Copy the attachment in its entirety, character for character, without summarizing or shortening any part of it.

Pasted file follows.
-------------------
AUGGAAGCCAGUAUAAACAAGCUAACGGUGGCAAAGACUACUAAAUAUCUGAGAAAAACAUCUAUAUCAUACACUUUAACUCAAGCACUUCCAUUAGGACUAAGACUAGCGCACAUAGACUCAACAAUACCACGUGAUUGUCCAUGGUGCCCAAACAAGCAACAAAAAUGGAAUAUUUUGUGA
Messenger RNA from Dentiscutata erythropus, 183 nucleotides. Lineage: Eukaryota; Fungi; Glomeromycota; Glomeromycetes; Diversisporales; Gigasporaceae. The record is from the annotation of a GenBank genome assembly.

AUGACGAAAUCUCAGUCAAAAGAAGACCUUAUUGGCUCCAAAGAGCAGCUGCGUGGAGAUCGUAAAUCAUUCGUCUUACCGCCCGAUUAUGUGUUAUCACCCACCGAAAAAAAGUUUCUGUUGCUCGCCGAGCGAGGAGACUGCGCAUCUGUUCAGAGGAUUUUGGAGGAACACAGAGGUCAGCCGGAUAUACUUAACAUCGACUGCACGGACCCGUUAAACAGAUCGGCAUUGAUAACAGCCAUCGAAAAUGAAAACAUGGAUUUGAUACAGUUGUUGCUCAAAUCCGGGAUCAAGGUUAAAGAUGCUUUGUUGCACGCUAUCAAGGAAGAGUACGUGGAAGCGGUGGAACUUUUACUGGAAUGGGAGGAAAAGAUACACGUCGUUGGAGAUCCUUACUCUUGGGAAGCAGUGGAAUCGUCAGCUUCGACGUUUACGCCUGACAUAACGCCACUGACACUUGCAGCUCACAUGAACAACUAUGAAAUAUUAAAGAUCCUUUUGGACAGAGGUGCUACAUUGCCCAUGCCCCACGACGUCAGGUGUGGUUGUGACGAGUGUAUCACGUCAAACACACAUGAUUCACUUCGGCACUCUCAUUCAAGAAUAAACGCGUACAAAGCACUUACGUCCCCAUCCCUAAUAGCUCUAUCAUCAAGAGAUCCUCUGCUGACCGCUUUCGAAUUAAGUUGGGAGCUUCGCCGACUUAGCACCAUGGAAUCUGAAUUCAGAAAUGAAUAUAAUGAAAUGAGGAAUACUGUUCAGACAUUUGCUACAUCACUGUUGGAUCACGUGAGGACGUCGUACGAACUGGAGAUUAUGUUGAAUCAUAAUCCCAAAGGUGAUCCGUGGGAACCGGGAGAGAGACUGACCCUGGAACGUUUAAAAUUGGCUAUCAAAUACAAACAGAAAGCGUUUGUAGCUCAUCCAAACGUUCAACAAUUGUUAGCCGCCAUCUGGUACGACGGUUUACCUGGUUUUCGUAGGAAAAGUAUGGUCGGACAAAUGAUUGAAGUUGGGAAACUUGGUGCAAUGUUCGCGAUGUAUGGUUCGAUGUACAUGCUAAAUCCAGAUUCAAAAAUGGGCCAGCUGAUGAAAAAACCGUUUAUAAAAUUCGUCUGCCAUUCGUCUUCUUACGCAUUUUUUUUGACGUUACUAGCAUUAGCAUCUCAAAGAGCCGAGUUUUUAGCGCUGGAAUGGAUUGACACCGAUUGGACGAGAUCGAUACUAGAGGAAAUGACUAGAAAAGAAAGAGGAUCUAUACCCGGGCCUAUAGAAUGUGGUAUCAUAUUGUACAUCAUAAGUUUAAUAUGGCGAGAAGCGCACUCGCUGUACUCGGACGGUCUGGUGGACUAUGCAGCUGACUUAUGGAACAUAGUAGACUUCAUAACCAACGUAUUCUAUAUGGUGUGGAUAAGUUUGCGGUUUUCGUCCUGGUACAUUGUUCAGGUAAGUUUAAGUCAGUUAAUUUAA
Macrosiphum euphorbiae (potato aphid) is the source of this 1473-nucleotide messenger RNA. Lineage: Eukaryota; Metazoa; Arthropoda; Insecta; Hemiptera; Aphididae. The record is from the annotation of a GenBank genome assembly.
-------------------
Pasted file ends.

AUGGAAGCCAGUAUAAACAAGCUAACGGUGGCAAAGACUACUAAAUAUCUGAGAAAAACAUCUAUAUCAUACACUUUAACUCAAGCACUUCCAUUAGGACUAAGACUAGCGCACAUAGACUCAACAAUACCACGUGAUUGUCCAUGGUGCCCAAACAAGCAACAAAAAUGGAAUAUUUUGUGA
Messenger RNA from Dentiscutata erythropus, 183 nucleotides. Lineage: Eukaryota; Fungi; Glomeromycota; Glomeromycetes; Diversisporales; Gigasporaceae. The record is from the annotation of a GenBank genome assembly.

AUGACGAAAUCUCAGUCAAAAGAAGACCUUAUUGGCUCCAAAGAGCAGCUGCGUGGAGAUCGUAAAUCAUUCGUCUUACCGCCCGAUUAUGUGUUAUCACCCACCGAAAAAAAGUUUCUGUUGCUCGCCGAGCGAGGAGACUGCGCAUCUGUUCAGAGGAUUUUGGAGGAACACAGAGGUCAGCCGGAUAUACUUAACAUCGACUGCACGGACCCGUUAAACAGAUCGGCAUUGAUAACAGCCAUCGAAAAUGAAAACAUGGAUUUGAUACAGUUGUUGCUCAAAUCCGGGAUCAAGGUUAAAGAUGCUUUGUUGCACGCUAUCAAGGAAGAGUACGUGGAAGCGGUGGAACUUUUACUGGAAUGGGAGGAAAAGAUACACGUCGUUGGAGAUCCUUACUCUUGGGAAGCAGUGGAAUCGUCAGCUUCGACGUUUACGCCUGACAUAACGCCACUGACACUUGCAGCUCACAUGAACAACUAUGAAAUAUUAAAGAUCCUUUUGGACAGAGGUGCUACAUUGCCCAUGCCCCACGACGUCAGGUGUGGUUGUGACGAGUGUAUCACGUCAAACACACAUGAUUCACUUCGGCACUCUCAUUCAAGAAUAAACGCGUACAAAGCACUUACGUCCCCAUCCCUAAUAGCUCUAUCAUCAAGAGAUCCUCUGCUGACCGCUUUCGAAUUAAGUUGGGAGCUUCGCCGACUUAGCACCAUGGAAUCUGAAUUCAGAAAUGAAUAUAAUGAAAUGAGGAAUACUGUUCAGACAUUUGCUACAUCACUGUUGGAUCACGUGAGGACGUCGUACGAACUGGAGAUUAUGUUGAAUCAUAAUCCCAAAGGUGAUCCGUGGGAACCGGGAGAGAGACUGACCCUGGAACGUUUAAAAUUGGCUAUCAAAUACAAACAGAAAGCGUUUGUAGCUCAUCCAAACGUUCAACAAUUGUUAGCCGCCAUCUGGUACGACGGUUUACCUGGUUUUCGUAGGAAAAGUAUGGUCGGACAAAUGAUUGAAGUUGGGAAACUUGGUGCAAUGUUCGCGAUGUAUGGUUCGAUGUACAUGCUAAAUCCAGAUUCAAAAAUGGGCCAGCUGAUGAAAAAACCGUUUAUAAAAUUCGUCUGCCAUUCGUCUUCUUACGCAUUUUUUUUGACGUUACUAGCAUUAGCAUCUCAAAGAGCCGAGUUUUUAGCGCUGGAAUGGAUUGACACCGAUUGGACGAGAUCGAUACUAGAGGAAAUGACUAGAAAAGAAAGAGGAUCUAUACCCGGGCCUAUAGAAUGUGGUAUCAUAUUGUACAUCAUAAGUUUAAUAUGGCGAGAAGCGCACUCGCUGUACUCGGACGGUCUGGUGGACUAUGCAGCUGACUUAUGGAACAUAGUAGACUUCAUAACCAACGUAUUCUAUAUGGUGUGGAUAAGUUUGCGGUUUUCGUCCUGGUACAUUGUUCAGGUAAGUUUAAGUCAGUUAAUUUAA
Macrosiphum euphorbiae (potato aphid) is the source of this 1473-nucleotide messenger RNA. Lineage: Eukaryota; Metazoa; Arthropoda; Insecta; Hemiptera; Aphididae. The record is from the annotation of a GenBank genome assembly.